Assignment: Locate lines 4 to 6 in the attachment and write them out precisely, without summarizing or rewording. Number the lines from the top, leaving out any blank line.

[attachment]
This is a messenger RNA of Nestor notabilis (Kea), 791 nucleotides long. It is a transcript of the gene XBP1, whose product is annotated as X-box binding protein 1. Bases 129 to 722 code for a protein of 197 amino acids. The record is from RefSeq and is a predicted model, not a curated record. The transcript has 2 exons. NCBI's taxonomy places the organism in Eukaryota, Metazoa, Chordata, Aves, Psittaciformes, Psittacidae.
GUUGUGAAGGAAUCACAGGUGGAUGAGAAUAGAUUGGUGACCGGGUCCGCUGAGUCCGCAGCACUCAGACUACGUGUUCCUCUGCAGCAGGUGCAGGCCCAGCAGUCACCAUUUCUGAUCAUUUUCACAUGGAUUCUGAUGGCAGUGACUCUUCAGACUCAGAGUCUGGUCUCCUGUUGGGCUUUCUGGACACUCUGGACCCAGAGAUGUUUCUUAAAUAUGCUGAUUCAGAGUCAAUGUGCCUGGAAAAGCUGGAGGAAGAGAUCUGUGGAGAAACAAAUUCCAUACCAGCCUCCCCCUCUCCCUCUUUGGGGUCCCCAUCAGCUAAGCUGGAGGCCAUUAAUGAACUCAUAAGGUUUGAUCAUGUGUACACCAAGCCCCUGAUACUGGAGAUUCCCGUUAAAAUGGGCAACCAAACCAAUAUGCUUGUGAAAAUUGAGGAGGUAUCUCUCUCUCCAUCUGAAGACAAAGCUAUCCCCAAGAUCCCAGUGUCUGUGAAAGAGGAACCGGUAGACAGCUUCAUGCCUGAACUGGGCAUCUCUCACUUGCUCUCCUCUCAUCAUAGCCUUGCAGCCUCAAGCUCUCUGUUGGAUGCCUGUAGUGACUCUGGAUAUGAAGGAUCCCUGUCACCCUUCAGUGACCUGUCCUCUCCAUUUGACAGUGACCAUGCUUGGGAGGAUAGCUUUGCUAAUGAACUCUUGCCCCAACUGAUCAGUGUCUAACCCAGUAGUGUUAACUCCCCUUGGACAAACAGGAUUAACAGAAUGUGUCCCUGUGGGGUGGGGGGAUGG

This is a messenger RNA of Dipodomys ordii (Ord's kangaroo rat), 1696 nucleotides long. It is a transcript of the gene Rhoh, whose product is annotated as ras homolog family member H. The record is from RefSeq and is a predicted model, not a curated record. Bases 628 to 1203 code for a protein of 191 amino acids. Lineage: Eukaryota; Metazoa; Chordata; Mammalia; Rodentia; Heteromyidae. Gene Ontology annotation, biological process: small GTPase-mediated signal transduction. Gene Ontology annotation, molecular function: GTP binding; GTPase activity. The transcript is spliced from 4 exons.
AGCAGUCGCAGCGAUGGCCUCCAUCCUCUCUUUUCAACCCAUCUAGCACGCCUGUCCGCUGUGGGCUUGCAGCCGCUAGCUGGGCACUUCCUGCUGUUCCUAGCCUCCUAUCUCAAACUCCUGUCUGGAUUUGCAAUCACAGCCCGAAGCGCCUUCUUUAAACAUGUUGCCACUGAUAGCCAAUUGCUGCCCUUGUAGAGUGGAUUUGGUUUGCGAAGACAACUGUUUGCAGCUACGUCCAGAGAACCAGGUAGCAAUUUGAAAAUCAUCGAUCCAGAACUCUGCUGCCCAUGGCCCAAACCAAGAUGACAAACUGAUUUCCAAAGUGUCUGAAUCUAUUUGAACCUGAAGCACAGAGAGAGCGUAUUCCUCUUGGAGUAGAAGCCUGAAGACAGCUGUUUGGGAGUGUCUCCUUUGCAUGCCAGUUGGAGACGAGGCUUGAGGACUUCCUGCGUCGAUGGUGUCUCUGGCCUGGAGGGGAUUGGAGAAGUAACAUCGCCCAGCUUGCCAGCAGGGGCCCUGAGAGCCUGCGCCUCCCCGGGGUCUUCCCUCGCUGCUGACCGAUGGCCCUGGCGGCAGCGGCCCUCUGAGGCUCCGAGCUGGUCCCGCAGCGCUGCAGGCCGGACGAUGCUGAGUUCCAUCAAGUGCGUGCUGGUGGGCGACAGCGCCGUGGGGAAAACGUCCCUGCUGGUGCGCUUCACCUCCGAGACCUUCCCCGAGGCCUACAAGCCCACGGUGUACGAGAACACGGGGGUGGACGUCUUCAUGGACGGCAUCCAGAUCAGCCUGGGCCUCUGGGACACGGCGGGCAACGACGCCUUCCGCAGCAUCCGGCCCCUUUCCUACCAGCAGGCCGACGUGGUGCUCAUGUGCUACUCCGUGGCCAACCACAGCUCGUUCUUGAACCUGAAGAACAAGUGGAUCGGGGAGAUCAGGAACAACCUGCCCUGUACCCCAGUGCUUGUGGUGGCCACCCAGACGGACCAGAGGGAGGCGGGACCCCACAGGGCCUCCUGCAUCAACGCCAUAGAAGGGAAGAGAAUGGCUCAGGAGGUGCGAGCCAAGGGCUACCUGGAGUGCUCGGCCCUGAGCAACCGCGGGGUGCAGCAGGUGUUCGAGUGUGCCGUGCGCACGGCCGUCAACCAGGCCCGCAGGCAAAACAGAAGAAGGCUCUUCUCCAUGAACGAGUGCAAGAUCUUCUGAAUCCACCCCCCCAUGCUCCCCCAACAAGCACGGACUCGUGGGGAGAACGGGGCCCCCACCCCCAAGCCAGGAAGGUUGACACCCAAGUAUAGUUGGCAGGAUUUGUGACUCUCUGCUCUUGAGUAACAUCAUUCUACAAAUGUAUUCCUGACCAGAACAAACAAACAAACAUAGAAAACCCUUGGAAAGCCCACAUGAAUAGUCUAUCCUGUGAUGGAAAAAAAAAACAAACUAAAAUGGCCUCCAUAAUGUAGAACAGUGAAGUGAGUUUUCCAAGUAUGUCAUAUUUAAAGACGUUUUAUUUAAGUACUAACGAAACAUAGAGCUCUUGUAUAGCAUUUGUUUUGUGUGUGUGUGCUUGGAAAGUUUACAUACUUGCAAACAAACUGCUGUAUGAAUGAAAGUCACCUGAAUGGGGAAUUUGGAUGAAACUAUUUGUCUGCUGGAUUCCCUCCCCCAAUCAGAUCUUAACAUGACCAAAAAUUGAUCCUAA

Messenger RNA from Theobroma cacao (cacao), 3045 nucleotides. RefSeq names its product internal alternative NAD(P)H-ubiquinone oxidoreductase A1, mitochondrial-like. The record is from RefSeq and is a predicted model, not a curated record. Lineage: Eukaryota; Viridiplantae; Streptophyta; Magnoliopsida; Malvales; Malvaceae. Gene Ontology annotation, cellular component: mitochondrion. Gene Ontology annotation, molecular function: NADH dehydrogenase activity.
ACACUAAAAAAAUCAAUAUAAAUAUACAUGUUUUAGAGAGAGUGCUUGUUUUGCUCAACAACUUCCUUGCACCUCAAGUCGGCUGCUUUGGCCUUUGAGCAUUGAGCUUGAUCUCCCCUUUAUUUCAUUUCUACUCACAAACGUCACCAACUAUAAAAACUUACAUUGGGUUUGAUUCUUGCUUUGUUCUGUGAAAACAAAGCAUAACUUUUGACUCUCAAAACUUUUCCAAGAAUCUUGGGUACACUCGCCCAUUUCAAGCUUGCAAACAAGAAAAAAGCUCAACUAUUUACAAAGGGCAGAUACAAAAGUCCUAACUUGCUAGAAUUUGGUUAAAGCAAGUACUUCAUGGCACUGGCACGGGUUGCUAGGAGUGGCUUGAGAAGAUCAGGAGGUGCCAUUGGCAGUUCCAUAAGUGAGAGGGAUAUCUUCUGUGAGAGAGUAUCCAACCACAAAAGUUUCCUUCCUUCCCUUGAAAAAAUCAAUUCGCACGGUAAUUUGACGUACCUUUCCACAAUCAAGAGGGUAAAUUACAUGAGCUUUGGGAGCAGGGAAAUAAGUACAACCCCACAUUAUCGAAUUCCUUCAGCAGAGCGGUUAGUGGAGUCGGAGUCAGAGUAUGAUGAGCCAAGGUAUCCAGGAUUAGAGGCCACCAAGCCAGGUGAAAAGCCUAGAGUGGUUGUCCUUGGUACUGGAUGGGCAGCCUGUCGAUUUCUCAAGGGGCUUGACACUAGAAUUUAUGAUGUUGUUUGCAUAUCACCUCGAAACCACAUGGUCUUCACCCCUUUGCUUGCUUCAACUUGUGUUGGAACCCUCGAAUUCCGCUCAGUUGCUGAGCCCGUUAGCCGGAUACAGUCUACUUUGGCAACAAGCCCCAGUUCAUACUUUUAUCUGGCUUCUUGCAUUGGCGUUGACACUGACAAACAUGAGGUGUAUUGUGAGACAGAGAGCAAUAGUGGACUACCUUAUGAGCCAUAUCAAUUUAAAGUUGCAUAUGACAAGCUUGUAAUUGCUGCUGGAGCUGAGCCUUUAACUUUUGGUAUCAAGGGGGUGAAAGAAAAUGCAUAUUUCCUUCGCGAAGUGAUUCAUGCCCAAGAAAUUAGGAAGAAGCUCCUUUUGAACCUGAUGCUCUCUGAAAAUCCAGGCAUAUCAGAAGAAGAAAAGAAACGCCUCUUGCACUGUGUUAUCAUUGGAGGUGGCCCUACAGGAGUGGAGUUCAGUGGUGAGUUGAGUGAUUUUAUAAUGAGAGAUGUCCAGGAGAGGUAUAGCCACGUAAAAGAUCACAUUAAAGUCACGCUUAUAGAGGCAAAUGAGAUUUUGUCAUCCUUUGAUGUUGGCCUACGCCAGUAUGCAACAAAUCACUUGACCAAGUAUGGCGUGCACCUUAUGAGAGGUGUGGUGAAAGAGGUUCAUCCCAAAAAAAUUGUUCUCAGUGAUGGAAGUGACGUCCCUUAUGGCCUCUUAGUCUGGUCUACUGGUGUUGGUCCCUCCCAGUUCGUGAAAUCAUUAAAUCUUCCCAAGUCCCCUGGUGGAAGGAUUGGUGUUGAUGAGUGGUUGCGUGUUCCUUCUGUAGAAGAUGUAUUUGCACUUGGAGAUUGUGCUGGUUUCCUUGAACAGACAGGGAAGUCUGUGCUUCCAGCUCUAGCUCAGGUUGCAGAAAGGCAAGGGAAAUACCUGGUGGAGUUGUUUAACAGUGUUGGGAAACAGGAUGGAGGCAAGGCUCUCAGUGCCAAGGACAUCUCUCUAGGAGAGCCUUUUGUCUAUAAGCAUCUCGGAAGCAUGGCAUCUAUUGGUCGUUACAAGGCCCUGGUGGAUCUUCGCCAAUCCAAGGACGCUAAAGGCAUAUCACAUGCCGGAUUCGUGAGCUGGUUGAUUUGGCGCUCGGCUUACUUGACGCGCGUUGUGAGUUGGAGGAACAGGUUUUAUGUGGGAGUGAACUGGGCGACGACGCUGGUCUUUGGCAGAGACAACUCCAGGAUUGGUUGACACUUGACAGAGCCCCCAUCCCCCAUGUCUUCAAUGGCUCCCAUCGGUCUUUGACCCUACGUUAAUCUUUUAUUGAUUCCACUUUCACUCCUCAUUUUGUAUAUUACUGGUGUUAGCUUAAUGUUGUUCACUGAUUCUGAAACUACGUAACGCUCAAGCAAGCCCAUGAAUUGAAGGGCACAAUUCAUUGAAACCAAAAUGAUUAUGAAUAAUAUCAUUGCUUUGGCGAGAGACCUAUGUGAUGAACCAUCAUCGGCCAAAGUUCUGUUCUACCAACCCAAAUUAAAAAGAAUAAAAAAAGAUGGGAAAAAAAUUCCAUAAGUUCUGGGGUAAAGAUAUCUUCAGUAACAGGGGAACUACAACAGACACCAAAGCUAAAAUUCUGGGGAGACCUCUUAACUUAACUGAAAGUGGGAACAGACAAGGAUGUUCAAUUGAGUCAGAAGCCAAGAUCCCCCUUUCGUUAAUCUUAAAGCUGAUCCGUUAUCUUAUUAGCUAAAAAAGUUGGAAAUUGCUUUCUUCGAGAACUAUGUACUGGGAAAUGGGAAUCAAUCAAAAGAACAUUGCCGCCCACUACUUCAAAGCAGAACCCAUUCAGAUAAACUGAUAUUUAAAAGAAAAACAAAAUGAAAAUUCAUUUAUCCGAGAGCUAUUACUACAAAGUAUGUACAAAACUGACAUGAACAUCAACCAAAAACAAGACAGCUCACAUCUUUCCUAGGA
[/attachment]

AGCAGUCGCAGCGAUGGCCUCCAUCCUCUCUUUUCAACCCAUCUAGCACGCCUGUCCGCUGUGGGCUUGCAGCCGCUAGCUGGGCACUUCCUGCUGUUCCUAGCCUCCUAUCUCAAACUCCUGUCUGGAUUUGCAAUCACAGCCCGAAGCGCCUUCUUUAAACAUGUUGCCACUGAUAGCCAAUUGCUGCCCUUGUAGAGUGGAUUUGGUUUGCGAAGACAACUGUUUGCAGCUACGUCCAGAGAACCAGGUAGCAAUUUGAAAAUCAUCGAUCCAGAACUCUGCUGCCCAUGGCCCAAACCAAGAUGACAAACUGAUUUCCAAAGUGUCUGAAUCUAUUUGAACCUGAAGCACAGAGAGAGCGUAUUCCUCUUGGAGUAGAAGCCUGAAGACAGCUGUUUGGGAGUGUCUCCUUUGCAUGCCAGUUGGAGACGAGGCUUGAGGACUUCCUGCGUCGAUGGUGUCUCUGGCCUGGAGGGGAUUGGAGAAGUAACAUCGCCCAGCUUGCCAGCAGGGGCCCUGAGAGCCUGCGCCUCCCCGGGGUCUUCCCUCGCUGCUGACCGAUGGCCCUGGCGGCAGCGGCCCUCUGAGGCUCCGAGCUGGUCCCGCAGCGCUGCAGGCCGGACGAUGCUGAGUUCCAUCAAGUGCGUGCUGGUGGGCGACAGCGCCGUGGGGAAAACGUCCCUGCUGGUGCGCUUCACCUCCGAGACCUUCCCCGAGGCCUACAAGCCCACGGUGUACGAGAACACGGGGGUGGACGUCUUCAUGGACGGCAUCCAGAUCAGCCUGGGCCUCUGGGACACGGCGGGCAACGACGCCUUCCGCAGCAUCCGGCCCCUUUCCUACCAGCAGGCCGACGUGGUGCUCAUGUGCUACUCCGUGGCCAACCACAGCUCGUUCUUGAACCUGAAGAACAAGUGGAUCGGGGAGAUCAGGAACAACCUGCCCUGUACCCCAGUGCUUGUGGUGGCCACCCAGACGGACCAGAGGGAGGCGGGACCCCACAGGGCCUCCUGCAUCAACGCCAUAGAAGGGAAGAGAAUGGCUCAGGAGGUGCGAGCCAAGGGCUACCUGGAGUGCUCGGCCCUGAGCAACCGCGGGGUGCAGCAGGUGUUCGAGUGUGCCGUGCGCACGGCCGUCAACCAGGCCCGCAGGCAAAACAGAAGAAGGCUCUUCUCCAUGAACGAGUGCAAGAUCUUCUGAAUCCACCCCCCCAUGCUCCCCCAACAAGCACGGACUCGUGGGGAGAACGGGGCCCCCACCCCCAAGCCAGGAAGGUUGACACCCAAGUAUAGUUGGCAGGAUUUGUGACUCUCUGCUCUUGAGUAACAUCAUUCUACAAAUGUAUUCCUGACCAGAACAAACAAACAAACAUAGAAAACCCUUGGAAAGCCCACAUGAAUAGUCUAUCCUGUGAUGGAAAAAAAAAACAAACUAAAAUGGCCUCCAUAAUGUAGAACAGUGAAGUGAGUUUUCCAAGUAUGUCAUAUUUAAAGACGUUUUAUUUAAGUACUAACGAAACAUAGAGCUCUUGUAUAGCAUUUGUUUUGUGUGUGUGUGCUUGGAAAGUUUACAUACUUGCAAACAAACUGCUGUAUGAAUGAAAGUCACCUGAAUGGGGAAUUUGGAUGAAACUAUUUGUCUGCUGGAUUCCCUCCCCCAAUCAGAUCUUAACAUGACCAAAAAUUGAUCCUAA

Messenger RNA from Theobroma cacao (cacao), 3045 nucleotides. RefSeq names its product internal alternative NAD(P)H-ubiquinone oxidoreductase A1, mitochondrial-like. The record is from RefSeq and is a predicted model, not a curated record. Lineage: Eukaryota; Viridiplantae; Streptophyta; Magnoliopsida; Malvales; Malvaceae. Gene Ontology annotation, cellular component: mitochondrion. Gene Ontology annotation, molecular function: NADH dehydrogenase activity.
ACACUAAAAAAAUCAAUAUAAAUAUACAUGUUUUAGAGAGAGUGCUUGUUUUGCUCAACAACUUCCUUGCACCUCAAGUCGGCUGCUUUGGCCUUUGAGCAUUGAGCUUGAUCUCCCCUUUAUUUCAUUUCUACUCACAAACGUCACCAACUAUAAAAACUUACAUUGGGUUUGAUUCUUGCUUUGUUCUGUGAAAACAAAGCAUAACUUUUGACUCUCAAAACUUUUCCAAGAAUCUUGGGUACACUCGCCCAUUUCAAGCUUGCAAACAAGAAAAAAGCUCAACUAUUUACAAAGGGCAGAUACAAAAGUCCUAACUUGCUAGAAUUUGGUUAAAGCAAGUACUUCAUGGCACUGGCACGGGUUGCUAGGAGUGGCUUGAGAAGAUCAGGAGGUGCCAUUGGCAGUUCCAUAAGUGAGAGGGAUAUCUUCUGUGAGAGAGUAUCCAACCACAAAAGUUUCCUUCCUUCCCUUGAAAAAAUCAAUUCGCACGGUAAUUUGACGUACCUUUCCACAAUCAAGAGGGUAAAUUACAUGAGCUUUGGGAGCAGGGAAAUAAGUACAACCCCACAUUAUCGAAUUCCUUCAGCAGAGCGGUUAGUGGAGUCGGAGUCAGAGUAUGAUGAGCCAAGGUAUCCAGGAUUAGAGGCCACCAAGCCAGGUGAAAAGCCUAGAGUGGUUGUCCUUGGUACUGGAUGGGCAGCCUGUCGAUUUCUCAAGGGGCUUGACACUAGAAUUUAUGAUGUUGUUUGCAUAUCACCUCGAAACCACAUGGUCUUCACCCCUUUGCUUGCUUCAACUUGUGUUGGAACCCUCGAAUUCCGCUCAGUUGCUGAGCCCGUUAGCCGGAUACAGUCUACUUUGGCAACAAGCCCCAGUUCAUACUUUUAUCUGGCUUCUUGCAUUGGCGUUGACACUGACAAACAUGAGGUGUAUUGUGAGACAGAGAGCAAUAGUGGACUACCUUAUGAGCCAUAUCAAUUUAAAGUUGCAUAUGACAAGCUUGUAAUUGCUGCUGGAGCUGAGCCUUUAACUUUUGGUAUCAAGGGGGUGAAAGAAAAUGCAUAUUUCCUUCGCGAAGUGAUUCAUGCCCAAGAAAUUAGGAAGAAGCUCCUUUUGAACCUGAUGCUCUCUGAAAAUCCAGGCAUAUCAGAAGAAGAAAAGAAACGCCUCUUGCACUGUGUUAUCAUUGGAGGUGGCCCUACAGGAGUGGAGUUCAGUGGUGAGUUGAGUGAUUUUAUAAUGAGAGAUGUCCAGGAGAGGUAUAGCCACGUAAAAGAUCACAUUAAAGUCACGCUUAUAGAGGCAAAUGAGAUUUUGUCAUCCUUUGAUGUUGGCCUACGCCAGUAUGCAACAAAUCACUUGACCAAGUAUGGCGUGCACCUUAUGAGAGGUGUGGUGAAAGAGGUUCAUCCCAAAAAAAUUGUUCUCAGUGAUGGAAGUGACGUCCCUUAUGGCCUCUUAGUCUGGUCUACUGGUGUUGGUCCCUCCCAGUUCGUGAAAUCAUUAAAUCUUCCCAAGUCCCCUGGUGGAAGGAUUGGUGUUGAUGAGUGGUUGCGUGUUCCUUCUGUAGAAGAUGUAUUUGCACUUGGAGAUUGUGCUGGUUUCCUUGAACAGACAGGGAAGUCUGUGCUUCCAGCUCUAGCUCAGGUUGCAGAAAGGCAAGGGAAAUACCUGGUGGAGUUGUUUAACAGUGUUGGGAAACAGGAUGGAGGCAAGGCUCUCAGUGCCAAGGACAUCUCUCUAGGAGAGCCUUUUGUCUAUAAGCAUCUCGGAAGCAUGGCAUCUAUUGGUCGUUACAAGGCCCUGGUGGAUCUUCGCCAAUCCAAGGACGCUAAAGGCAUAUCACAUGCCGGAUUCGUGAGCUGGUUGAUUUGGCGCUCGGCUUACUUGACGCGCGUUGUGAGUUGGAGGAACAGGUUUUAUGUGGGAGUGAACUGGGCGACGACGCUGGUCUUUGGCAGAGACAACUCCAGGAUUGGUUGACACUUGACAGAGCCCCCAUCCCCCAUGUCUUCAAUGGCUCCCAUCGGUCUUUGACCCUACGUUAAUCUUUUAUUGAUUCCACUUUCACUCCUCAUUUUGUAUAUUACUGGUGUUAGCUUAAUGUUGUUCACUGAUUCUGAAACUACGUAACGCUCAAGCAAGCCCAUGAAUUGAAGGGCACAAUUCAUUGAAACCAAAAUGAUUAUGAAUAAUAUCAUUGCUUUGGCGAGAGACCUAUGUGAUGAACCAUCAUCGGCCAAAGUUCUGUUCUACCAACCCAAAUUAAAAAGAAUAAAAAAAGAUGGGAAAAAAAUUCCAUAAGUUCUGGGGUAAAGAUAUCUUCAGUAACAGGGGAACUACAACAGACACCAAAGCUAAAAUUCUGGGGAGACCUCUUAACUUAACUGAAAGUGGGAACAGACAAGGAUGUUCAAUUGAGUCAGAAGCCAAGAUCCCCCUUUCGUUAAUCUUAAAGCUGAUCCGUUAUCUUAUUAGCUAAAAAAGUUGGAAAUUGCUUUCUUCGAGAACUAUGUACUGGGAAAUGGGAAUCAAUCAAAAGAACAUUGCCGCCCACUACUUCAAAGCAGAACCCAUUCAGAUAAACUGAUAUUUAAAAGAAAAACAAAAUGAAAAUUCAUUUAUCCGAGAGCUAUUACUACAAAGUAUGUACAAAACUGACAUGAACAUCAACCAAAAACAAGACAGCUCACAUCUUUCCUAGGA